Magazine article The Spectator

A War of Words

Magazine article The Spectator

A War of Words

Article excerpt

RESISTANCE: MEMOIRS OF OCCUPIED FRANCE by Agnes Humbert Bloomsbury, £14.99, pp. 370, ISBN9780747595977 £11.99 (plus £2.45 p&p) 0870 429 6655

Paradoxically, wrote Jean Paul Sartre, never had French intellectuals been so free as they were under the German occupation, for having lost all normal rights to speak out, each was forced to question every thought and ask himself: 'Rather than death. . . ?' In practice, most of the writers and academics who remained in France after 1940 simply kept their heads down and went on with their own work. Sartre himself had several of his plays staged. There was, however, a number of these men and women for whom collaboration of any kind was immediately intolerable. One of these was a 46-year-old art historian and ethnographer, divorced mother of two adult sons, called Agnès Humbert.

The Musée de l'Homme was one of Paris's most prestigious museums. On its staff, and working closely with it, was a group of gifted curators, scientists, teachers and writers, politically to the Left, who, discovering a shared sense of fury against the invader, decided to set up one of the first resistance networks in occupied France. Apart from Humbert, there were Boris Vildé, a specialist in the polar regions, Anatole Lewitsky, a world expert on Siberian shamanism, and Jean Cassou, a celebrated cultural and political figure of prewar France. At a time when most Parisians were still stunned by the rapidity with which France had fallen, they began to meet to exchange news learnt from BBC radio broadcasts, write summaries, and produce and distribute pamphlets and flyers. Soon, anti-German and anti-Vichy material was to be seen pasted on walls, scattered throughout the metro, tucked into the windscreens of parked cars and plastered throughout universities and schools. In November, they started a newspaper, Résistance.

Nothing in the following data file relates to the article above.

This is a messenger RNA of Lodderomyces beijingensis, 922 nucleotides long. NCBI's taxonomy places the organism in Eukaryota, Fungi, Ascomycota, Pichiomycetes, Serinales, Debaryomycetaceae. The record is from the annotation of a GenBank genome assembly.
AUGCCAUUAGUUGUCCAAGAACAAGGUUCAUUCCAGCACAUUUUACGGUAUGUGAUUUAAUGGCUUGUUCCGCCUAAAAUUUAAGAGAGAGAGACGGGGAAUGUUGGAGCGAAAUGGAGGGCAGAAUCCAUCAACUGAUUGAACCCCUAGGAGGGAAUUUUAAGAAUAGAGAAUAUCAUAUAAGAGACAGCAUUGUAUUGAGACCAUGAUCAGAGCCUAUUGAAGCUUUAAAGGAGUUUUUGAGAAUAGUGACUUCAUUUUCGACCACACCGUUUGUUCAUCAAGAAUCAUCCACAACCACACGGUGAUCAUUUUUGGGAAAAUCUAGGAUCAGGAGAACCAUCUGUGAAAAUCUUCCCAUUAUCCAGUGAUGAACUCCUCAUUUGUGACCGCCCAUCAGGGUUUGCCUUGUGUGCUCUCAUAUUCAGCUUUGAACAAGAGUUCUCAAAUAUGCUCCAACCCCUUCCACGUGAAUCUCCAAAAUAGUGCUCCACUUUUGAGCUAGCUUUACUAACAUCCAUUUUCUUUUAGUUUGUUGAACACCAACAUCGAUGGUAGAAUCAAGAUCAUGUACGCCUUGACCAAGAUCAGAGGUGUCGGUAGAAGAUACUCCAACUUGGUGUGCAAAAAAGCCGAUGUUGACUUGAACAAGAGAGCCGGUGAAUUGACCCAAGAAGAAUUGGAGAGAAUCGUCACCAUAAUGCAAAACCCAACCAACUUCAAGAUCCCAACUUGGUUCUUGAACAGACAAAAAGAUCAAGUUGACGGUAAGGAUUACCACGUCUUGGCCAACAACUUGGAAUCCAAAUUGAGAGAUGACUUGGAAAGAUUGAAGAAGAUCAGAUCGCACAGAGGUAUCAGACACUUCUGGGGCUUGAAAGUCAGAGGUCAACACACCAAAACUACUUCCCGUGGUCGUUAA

For a while, the very newness of what they were doing offered them some kind of protection. But not for long. Though extremely brave, they were amateurs at concealment and subterfuge, and they proved no match for the Germans, long experts in anti-Resistance operations. By April 1941, the group from the Musée de l'Homme had been tracked down and arrested. Humbert had started a diary shortly before the arrival of the Germans. She continued it, whenever she could, in the various prisons -- ChercheMidi, la Santé, Fresnes -- in which she was held awaiting trial. The outcome for the group was never in doubt. By the winter of 1941, Resistance newspapers, tracts and propaganda attacking the occupiers were appearing all over the capital and the Germans had decided on exemplary punishments. The seven men were executed by firing squad in February 1942. Humbert and two other women were condemned to five years' slave labour, to be served alongside common criminals in Germany. At this stage of the war, deportation did not yet mean concentration and extermination camps.

Résistance, Humbert's account of her war years, is written throughout as a diary, but only the first and last sections were actually recorded at the time. What she described later, after liberation, was remembered, but her recall of the harshness and misery of slave labour was, she wrote, absolutely clear. And it was indeed appalling.

Not least of the fascinating sections of this remarkable book is Humbert's matter-offact, unsentimental picture of the savage treatment meted out by the Germans to their Russian, Ukrainian, Polish, Belgian, French and German slave-labourers. …

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